For decades, comedian David Steinberg has polarized generations with his countercultural political satire. From his mock sermons on “The Smothers Brothers Comedic Hour” to President Richard Nixon hiring people to heckle his shows, Steinberg stands as a comedian without fear who is unafraid to push the envelope.
Steinberg will bring these sensibilities to Chautauqua Institution as he discusses politics, humanity and the inner workings of comedy with Sirius XM radio host Kelly Carlin at 10:45 a.m. Tuesday in the Amphitheater.
Starting his stand-up career as one of Johnny Carson’s most-featured guests, Steinberg became a lightning rod for controversy in the early ’70s. Associate Director of Education and Youth Services Matt Ewalt highlighted how his brand of comedy pushed censorship.
“His mock sermons on the ‘Smothers Brothers (Comedy Hour)’ led to its cancellation,” Ewalt said.
Carlin said Steinberg, along with Robert Klein and her father, George Carlin, were part of a unit of comedians whose roots came from political satire and criticisms of society, especially religion.
“It was the early ’70s, you weren’t allowed to do that,” Carlin said. “You couldn’t take down religion or politics. That group pushed the envelope.”
Steinberg faced backlash, taking shots at presidential candidate Nixon on “The Tonight Show.” In an interview with The Wrap last year, Steinberg said that despite pressure from CBS and “parties around the White House,” Carson let Steinberg continue doing his shtick, telling him “you just do whatever you want,” leading to Nixon hiring hecklers to attend Steinberg’s shows when he took office.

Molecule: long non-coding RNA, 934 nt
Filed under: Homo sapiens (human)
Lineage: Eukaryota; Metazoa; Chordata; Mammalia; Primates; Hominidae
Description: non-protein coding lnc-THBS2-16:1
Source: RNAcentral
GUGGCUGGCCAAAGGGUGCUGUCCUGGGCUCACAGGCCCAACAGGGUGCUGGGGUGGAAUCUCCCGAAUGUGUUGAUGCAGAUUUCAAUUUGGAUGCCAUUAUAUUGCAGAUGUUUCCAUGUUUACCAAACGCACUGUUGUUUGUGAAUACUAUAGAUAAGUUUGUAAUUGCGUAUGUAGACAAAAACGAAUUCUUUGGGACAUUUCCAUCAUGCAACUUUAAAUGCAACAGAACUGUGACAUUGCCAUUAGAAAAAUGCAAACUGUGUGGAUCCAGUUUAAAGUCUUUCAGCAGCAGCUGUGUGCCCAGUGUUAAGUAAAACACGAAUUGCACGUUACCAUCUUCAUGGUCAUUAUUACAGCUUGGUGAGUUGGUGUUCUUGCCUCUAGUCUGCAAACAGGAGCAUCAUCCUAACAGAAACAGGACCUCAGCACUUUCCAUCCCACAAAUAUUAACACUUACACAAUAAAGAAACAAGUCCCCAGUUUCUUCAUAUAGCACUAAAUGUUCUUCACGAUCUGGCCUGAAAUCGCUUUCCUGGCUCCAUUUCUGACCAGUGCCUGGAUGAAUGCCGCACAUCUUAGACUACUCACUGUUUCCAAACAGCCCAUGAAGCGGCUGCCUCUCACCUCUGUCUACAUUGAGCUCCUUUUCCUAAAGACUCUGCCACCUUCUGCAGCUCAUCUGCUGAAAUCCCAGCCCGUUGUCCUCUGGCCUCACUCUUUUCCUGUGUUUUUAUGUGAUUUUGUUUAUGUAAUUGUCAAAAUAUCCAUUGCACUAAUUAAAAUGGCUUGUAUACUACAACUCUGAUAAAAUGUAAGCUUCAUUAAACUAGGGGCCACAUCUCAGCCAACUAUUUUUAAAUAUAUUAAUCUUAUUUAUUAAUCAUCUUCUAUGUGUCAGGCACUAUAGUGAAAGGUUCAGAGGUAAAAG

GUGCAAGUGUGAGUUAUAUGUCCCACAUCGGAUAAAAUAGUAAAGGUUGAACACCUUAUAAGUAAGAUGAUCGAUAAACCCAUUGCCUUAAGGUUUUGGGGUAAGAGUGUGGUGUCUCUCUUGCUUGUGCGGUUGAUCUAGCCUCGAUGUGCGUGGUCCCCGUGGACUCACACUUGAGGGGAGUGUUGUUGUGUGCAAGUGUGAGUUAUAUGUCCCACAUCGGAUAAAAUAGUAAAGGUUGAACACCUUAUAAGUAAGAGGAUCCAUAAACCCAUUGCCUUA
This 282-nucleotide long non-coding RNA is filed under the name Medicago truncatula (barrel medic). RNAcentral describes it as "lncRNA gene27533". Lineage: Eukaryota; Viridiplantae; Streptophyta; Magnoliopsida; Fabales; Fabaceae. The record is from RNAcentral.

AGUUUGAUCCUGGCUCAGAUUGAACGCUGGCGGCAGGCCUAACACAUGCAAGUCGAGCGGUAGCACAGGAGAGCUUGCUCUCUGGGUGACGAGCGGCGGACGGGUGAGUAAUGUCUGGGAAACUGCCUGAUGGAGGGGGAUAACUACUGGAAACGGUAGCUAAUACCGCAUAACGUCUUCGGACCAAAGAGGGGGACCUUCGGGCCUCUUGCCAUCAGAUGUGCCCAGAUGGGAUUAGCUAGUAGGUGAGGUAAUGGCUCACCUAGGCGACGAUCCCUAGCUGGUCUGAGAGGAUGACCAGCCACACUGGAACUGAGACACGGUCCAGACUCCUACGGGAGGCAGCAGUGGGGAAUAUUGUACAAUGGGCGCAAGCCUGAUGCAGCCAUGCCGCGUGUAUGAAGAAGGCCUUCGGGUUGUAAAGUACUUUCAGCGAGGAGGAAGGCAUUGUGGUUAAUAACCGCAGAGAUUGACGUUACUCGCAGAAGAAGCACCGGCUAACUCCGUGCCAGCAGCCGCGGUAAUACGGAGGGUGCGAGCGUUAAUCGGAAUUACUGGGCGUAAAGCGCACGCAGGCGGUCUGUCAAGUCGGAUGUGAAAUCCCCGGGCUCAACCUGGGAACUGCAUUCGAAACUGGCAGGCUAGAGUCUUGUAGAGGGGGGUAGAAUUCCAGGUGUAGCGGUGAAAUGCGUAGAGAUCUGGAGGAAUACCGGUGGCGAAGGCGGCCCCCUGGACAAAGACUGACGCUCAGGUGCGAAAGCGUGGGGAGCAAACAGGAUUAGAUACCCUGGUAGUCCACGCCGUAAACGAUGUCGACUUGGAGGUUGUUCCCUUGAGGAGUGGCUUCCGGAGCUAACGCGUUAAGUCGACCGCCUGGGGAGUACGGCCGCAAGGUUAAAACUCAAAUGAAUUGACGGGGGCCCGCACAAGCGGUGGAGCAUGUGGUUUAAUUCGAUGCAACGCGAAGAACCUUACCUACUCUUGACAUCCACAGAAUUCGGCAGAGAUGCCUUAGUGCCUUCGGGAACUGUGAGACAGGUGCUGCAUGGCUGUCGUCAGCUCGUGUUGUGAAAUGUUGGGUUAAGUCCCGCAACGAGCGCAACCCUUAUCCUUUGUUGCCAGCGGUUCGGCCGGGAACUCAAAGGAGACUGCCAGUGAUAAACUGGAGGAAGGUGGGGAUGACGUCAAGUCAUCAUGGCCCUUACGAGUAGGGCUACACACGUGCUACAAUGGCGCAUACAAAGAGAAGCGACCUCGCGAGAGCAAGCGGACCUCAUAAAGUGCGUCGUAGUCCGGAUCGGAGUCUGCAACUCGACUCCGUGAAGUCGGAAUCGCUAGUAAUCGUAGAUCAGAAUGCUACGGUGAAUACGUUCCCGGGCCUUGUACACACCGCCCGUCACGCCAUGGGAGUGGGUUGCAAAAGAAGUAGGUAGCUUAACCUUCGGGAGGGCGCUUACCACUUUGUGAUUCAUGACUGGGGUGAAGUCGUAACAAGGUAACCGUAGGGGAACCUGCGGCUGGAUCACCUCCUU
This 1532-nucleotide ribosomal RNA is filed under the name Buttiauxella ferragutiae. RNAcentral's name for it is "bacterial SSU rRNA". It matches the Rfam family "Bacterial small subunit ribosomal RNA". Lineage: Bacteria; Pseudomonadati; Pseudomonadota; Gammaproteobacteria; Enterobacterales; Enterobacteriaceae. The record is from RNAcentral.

“I didn’t know that they were hired by the president,” Steinberg told The Wrap. “I found out later because it would be the same two, three people. … They’d only heckle when I did the Nixon material. Now it seems obvious, but then, it was unbelievable that they would care about a comedian not even with a huge following like myself.”
And with Nixon’s practices come comparisons to President Donald Trump’s own impact as commander-in-chief so far, with both presidents’ outspoken nature and the parallels between Nixon’s Watergate scandal and Trump’s Russian controversy.
Carlin wonders if, with satirical television like “The Daily Show” and “The Colbert Report” taking down institutions and the government, that loss of respect led to Trump’s election — something she wants to dive into with Steinberg.
“Are we OK with all of this burning down now (of government) because this is what we wanted on the left?” Carlin said. “Is it OK that the right and the left have a common enemy? I think that’s an interesting conversation.”
Outside of politics, Carlin is interested in talking about Steinberg’s role as a utility man in comedy. A man the Hollywood Reporter once called the Kevin Bacon of comedy, Steinberg has connections spanning from Jerry Seinfeld to Jonah Hill.
In an interview with “George Stroumboulopoulos Tonight,” Steinberg acknowledged his tendency to take on everything in comedy.
“I’m sort of like a nymphomaniac,” Steinberg said. “I never said no to anything.”
From directing episodes of critically acclaimed shows like “Seinfeld” and “Curb Your Enthusiasm,” to his Showtime show, “Inside Comedy,” where he talks to comedians about life in comedy and their experiences in a variety of mediums, Steinberg’s done it all. Carlin wants to explore how he’s handled the various jobs inside comedy.
“I’m really interested in talking to him about what kind of muscle he has to use in stand-up, versus improv, versus writing for other people, versus directing,” Carlin said. “All those things use different comedic muscles.”
Carlin also wants to discuss the role of comedy in culture, and the lack of respect it gets compared to other genres.
“Comedy is the bastard stepchild of art forms,” Carlin said. “It doesn’t get the same respect as drama. We see that with the Oscars, comedy rarely gets nominated for best picture. In some ways comedy is not seen as important because of laughter, but laughter is a huge part of humanity.”
Ewalt said Steinberg’s the perfect person to talk about issues of free speech, censorship and political pressure on the art form of comedy.
“David’s work speaks to multiple generations,” Ewalt said. “It’s that perspective that brings Chautauquans together in conversation about how comedy changes, critiques and challenges all of us.”
Staff writer Brian Contreras contributed to this report.